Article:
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Thursday, 26 February 1987
Page: 737

Senator CROWLEY —Mr President, I present the second report of 1987 of the Senate Standing Committee for the Scrutiny of Bills concerning the Aborigines and Islanders (Admissibility of Confessions) Bill 1986, theCollective Agreements (Corporations) Bill 1986 and the Taxation Laws Amendment Bill (No. 5) 1986. I also lay on the table Scrutiny of Bills Alert Digest No. 2, dated 25 February 1987.

Ordered that the report be printed.

Senator CROWLEY —by leave-I am pleased to inform the Senate that at this morning's meeting of the Standing Committee for the Scrutiny of Bills I was elected to chair the Committee in succession to Senator Tate. On behalf of the Committee I should like to take this opportunity to place on record the Committee's appreciation of the valuable service rendered by Senator Tate as the foundation Deputy Chairman of the Committee and its Chairman between 1983 and 1986. The late Senator Missen and Senator Tate have set a high standard as chairmen of the Committee, and as the first non-lawyer to chair the Committee I hope to follow in the path they have charted for the Committee. There is a further statement relating to matters raised in the report but in view of the time I seek leave to incorporate it in Hansard.

Leave granted.

The statement read as follows-

In that role I wish to draw the attention of the Senate particularly to the comments of the Committee on the Taxation Laws Amendment Bill (No. 5) 1986 in the report which I have just presented. Two clauses of that Bill make changes to the Income Tax Assessment Act 1936 which are retrospective to the dates on which the respective proposals to make those changes to the law were announced. In neither case was the announcement made to the Parliament but presumably by way of a Press conference or Press release.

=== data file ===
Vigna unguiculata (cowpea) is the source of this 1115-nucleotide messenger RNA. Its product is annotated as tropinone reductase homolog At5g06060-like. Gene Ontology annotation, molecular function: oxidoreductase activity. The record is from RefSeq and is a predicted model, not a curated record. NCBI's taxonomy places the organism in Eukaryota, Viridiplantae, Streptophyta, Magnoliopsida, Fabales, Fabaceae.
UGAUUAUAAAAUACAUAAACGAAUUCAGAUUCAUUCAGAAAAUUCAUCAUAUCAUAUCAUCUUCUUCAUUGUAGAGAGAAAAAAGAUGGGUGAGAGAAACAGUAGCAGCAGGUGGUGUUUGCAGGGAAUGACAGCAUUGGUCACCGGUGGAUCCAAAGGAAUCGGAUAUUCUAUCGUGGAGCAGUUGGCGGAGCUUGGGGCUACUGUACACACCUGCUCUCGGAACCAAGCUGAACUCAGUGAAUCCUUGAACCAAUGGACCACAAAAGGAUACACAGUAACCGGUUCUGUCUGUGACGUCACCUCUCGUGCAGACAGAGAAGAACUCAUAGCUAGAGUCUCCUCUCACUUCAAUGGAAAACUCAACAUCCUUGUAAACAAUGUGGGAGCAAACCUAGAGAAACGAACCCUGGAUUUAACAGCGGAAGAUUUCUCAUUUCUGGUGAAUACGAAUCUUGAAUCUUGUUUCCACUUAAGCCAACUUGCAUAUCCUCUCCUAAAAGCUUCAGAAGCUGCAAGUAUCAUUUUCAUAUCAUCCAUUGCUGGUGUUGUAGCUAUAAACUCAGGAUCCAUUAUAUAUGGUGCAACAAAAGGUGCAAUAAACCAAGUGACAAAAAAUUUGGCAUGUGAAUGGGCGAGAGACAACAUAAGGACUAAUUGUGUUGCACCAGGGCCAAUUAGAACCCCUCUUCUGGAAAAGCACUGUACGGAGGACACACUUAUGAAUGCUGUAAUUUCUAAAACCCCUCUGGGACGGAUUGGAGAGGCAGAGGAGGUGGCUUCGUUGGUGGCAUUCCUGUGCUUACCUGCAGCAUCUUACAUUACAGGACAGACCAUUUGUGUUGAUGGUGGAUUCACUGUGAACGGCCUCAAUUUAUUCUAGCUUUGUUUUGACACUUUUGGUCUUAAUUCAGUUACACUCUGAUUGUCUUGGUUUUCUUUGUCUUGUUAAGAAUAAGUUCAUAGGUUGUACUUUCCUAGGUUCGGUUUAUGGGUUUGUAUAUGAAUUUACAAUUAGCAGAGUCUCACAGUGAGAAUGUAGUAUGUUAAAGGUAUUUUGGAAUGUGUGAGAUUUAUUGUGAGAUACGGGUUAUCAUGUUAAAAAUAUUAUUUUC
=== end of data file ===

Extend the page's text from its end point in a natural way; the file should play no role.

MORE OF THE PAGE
The Committee has stated in the past that it recognises the special conventions associated with the backdating of certain changes to the taxation laws to the date of the announcement of the proposal to make the relevant change, for example in the Budget statement. However the Committee has repeatedly drawn attention to cases where changes to the taxation laws have been made retrospective to the date of some ministerial announcement, not made to the Parliament, but made by way of a Press release or a Press statement.

So far as the Committee has been able to ascertain, this practice of announcing a prospective change to the law to the Press with the promise that the subsequent legislation will be retrospective to the date of the announcement was first used in 1974 by the then Treasurer, Mr Crean. On that occasion the legislation to implement the proposal was not in fact introduced before the change of government in November 1975. At the time the justification advanced for the making of such retrospective legislation was the need to close loopholes in the taxation law, a justification which was also used for such legislation by Mr Lynch and Mr Howard as Treasurers under the previous Government. However from the time when the Committee first noted this practice in its First Report of 1984 in relation to the Income Tax Assessment Amendment Bill (No. 5) 1983 it has become increasingly prevalent to the point where it now seems to be the almost invariable practice of the Taxation Office to announce changes to the law in this way with the promise of retrospective legislation introduced many months after the original announcement.